"We have proof that chemical weapons were used last week, at least chlorine, and that they were used by the regime of Bashar al-Assad," Macron said, in an interview with France's TF1 television channel.
The president added that he would make a final decision on whether to strike Syria after the necessary verifications were carried out. "We will need to take decisions in due course, when we judge it most useful and effective," he said.
Noting that he was in daily contact with US President Donald Trump on the issue, Macron said the goal of any French intervention would be to remove the Syrian government's chemical attack capability.
The president also insisted that France wants to avoid an "escalation, or anything else that would harm regional stability. But we cannot allow regimes that believe they can act with impunity to violate international law in the worst possible way."
Earlier this week, Paris called for a "strong and joint" response to last week's alleged chemical attack in the Syrian town of Douma, which Western powers promptly blamed on the Syrian government. Damascus has denied responsibility. Russian officials called the attack a 'provocation' by militants in a bid for Western support.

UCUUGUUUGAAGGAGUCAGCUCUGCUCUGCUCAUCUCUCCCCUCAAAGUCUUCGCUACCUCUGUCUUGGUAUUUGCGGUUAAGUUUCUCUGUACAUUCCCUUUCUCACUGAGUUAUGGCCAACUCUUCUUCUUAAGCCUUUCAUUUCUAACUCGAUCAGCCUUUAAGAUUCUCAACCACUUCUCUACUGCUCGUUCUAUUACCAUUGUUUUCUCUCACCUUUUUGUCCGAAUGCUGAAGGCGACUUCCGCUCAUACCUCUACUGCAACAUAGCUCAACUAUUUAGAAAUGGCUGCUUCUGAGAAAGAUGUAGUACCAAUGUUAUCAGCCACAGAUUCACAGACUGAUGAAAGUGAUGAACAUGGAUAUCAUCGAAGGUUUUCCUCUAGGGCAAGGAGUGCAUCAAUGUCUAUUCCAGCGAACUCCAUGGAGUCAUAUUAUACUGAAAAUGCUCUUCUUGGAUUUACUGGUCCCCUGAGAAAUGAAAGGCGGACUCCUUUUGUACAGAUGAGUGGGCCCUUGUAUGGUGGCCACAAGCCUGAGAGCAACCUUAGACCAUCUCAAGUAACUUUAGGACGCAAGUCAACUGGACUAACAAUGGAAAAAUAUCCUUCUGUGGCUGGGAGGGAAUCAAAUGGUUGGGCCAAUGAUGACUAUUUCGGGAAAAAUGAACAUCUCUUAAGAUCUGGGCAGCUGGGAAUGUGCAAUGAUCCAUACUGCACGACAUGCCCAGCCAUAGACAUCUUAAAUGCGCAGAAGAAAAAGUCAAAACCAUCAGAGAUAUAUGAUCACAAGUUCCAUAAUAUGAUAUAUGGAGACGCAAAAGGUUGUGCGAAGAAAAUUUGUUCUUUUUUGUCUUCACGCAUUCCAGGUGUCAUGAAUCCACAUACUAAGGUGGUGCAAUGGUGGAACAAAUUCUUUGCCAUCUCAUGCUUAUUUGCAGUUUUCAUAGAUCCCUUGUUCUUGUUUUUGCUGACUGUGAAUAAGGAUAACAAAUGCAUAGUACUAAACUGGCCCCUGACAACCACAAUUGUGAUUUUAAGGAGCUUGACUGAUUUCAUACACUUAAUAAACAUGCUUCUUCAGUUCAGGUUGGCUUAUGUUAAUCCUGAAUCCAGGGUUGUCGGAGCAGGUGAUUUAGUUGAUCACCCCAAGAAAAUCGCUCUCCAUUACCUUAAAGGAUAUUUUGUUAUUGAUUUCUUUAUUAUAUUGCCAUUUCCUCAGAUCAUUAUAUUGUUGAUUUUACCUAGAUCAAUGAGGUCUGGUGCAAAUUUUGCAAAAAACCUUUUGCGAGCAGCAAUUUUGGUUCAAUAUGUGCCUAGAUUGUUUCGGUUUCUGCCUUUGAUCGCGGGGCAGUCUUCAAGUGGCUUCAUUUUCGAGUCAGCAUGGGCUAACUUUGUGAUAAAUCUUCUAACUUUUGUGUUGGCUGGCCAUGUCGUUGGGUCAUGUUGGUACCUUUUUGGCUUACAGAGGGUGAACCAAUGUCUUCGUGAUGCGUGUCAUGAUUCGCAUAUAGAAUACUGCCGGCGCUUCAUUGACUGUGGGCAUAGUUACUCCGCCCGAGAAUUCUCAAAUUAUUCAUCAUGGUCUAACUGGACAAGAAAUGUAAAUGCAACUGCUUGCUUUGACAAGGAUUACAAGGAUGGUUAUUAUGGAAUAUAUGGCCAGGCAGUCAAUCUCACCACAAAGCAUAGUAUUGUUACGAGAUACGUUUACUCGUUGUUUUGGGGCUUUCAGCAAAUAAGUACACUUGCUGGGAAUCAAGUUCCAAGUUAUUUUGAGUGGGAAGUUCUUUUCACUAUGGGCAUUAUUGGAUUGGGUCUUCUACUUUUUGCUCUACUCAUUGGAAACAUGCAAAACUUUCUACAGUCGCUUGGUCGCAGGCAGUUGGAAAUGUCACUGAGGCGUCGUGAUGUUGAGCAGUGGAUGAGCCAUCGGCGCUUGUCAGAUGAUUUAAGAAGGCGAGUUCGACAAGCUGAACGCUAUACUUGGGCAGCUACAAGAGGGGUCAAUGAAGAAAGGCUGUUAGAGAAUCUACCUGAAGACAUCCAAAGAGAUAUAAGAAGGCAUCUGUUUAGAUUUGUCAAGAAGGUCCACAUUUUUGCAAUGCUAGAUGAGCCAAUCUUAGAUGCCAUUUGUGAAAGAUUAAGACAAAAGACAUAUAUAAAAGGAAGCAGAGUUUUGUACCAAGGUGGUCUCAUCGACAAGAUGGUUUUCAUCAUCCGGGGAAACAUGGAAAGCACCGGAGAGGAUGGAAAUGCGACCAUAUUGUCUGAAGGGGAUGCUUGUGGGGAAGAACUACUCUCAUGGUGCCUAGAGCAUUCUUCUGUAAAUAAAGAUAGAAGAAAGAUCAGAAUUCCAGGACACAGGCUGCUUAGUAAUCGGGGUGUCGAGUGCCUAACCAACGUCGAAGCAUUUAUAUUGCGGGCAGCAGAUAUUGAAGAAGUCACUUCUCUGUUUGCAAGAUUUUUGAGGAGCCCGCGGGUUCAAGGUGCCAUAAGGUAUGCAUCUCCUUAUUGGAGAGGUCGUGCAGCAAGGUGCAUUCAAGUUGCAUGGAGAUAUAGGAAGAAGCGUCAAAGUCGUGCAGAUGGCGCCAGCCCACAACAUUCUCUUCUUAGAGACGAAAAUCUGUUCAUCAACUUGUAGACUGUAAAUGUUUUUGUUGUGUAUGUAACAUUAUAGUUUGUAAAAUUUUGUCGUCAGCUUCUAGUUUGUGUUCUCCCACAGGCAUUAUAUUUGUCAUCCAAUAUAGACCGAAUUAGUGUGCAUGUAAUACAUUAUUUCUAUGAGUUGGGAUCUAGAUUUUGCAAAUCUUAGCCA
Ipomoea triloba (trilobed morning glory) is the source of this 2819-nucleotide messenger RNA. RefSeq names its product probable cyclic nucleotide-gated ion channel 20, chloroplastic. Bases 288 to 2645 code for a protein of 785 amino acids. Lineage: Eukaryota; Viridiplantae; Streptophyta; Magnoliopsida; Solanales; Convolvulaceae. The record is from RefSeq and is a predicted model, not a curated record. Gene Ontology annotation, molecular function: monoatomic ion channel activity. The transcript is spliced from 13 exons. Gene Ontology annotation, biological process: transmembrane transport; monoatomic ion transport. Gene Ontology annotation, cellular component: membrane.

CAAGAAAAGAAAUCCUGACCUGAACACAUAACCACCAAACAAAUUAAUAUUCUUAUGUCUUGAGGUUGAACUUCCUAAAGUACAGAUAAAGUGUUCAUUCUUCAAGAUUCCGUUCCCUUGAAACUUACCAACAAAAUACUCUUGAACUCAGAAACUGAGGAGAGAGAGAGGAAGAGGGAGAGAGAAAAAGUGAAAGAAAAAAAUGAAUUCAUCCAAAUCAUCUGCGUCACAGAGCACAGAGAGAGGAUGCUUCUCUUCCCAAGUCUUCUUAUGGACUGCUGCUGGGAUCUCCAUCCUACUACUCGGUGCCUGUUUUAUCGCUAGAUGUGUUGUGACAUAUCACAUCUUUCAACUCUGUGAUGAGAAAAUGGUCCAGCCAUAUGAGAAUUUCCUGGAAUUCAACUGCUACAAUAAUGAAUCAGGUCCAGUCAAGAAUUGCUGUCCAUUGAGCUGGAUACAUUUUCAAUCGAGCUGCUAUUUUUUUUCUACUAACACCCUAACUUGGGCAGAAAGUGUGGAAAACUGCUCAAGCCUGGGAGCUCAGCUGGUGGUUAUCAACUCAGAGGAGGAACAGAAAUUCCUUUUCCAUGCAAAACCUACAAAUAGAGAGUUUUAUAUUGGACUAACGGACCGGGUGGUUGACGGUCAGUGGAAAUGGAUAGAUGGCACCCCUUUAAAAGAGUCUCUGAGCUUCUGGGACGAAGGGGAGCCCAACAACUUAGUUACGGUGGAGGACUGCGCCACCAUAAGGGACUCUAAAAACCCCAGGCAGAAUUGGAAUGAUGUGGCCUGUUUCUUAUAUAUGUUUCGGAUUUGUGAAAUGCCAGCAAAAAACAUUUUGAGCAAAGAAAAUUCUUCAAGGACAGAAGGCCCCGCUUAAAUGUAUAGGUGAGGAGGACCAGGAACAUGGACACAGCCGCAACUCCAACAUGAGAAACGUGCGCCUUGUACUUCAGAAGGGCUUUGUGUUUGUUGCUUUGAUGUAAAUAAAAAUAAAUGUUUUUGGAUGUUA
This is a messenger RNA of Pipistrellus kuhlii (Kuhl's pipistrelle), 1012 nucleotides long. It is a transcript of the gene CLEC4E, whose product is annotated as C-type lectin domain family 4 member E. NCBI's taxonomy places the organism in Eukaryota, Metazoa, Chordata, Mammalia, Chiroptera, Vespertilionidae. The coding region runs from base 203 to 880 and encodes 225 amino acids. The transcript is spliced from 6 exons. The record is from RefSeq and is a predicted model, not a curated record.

Also on Thursday, President Donald Trump retreated from his inflamatory remarks via Twitter urging Russia to "get ready" for US strikes in Syria, pulling back to say that the US attack could either be "very soon or not soon at all."
Syrian opposition media outlets reported on an alleged chemical attack in Douma, Eastern Ghouta last Saturday. The Russian Center for Reconciliation sent inspectors to the area said to have been hit, finding no trace of chemical weapons use. Moscow has since called for an independent international investigation into the matter.
Syria initiated the destruction of its stocks of chemical weapons in 2013 in a deal reached between Russia and the United States in exchange for the latter not to attack the Middle Eastern country. In 2014, the Organization for the Prohibition of Chemical Weapons confirmed that Syria's chemical weapons arsenal had been completely eliminated.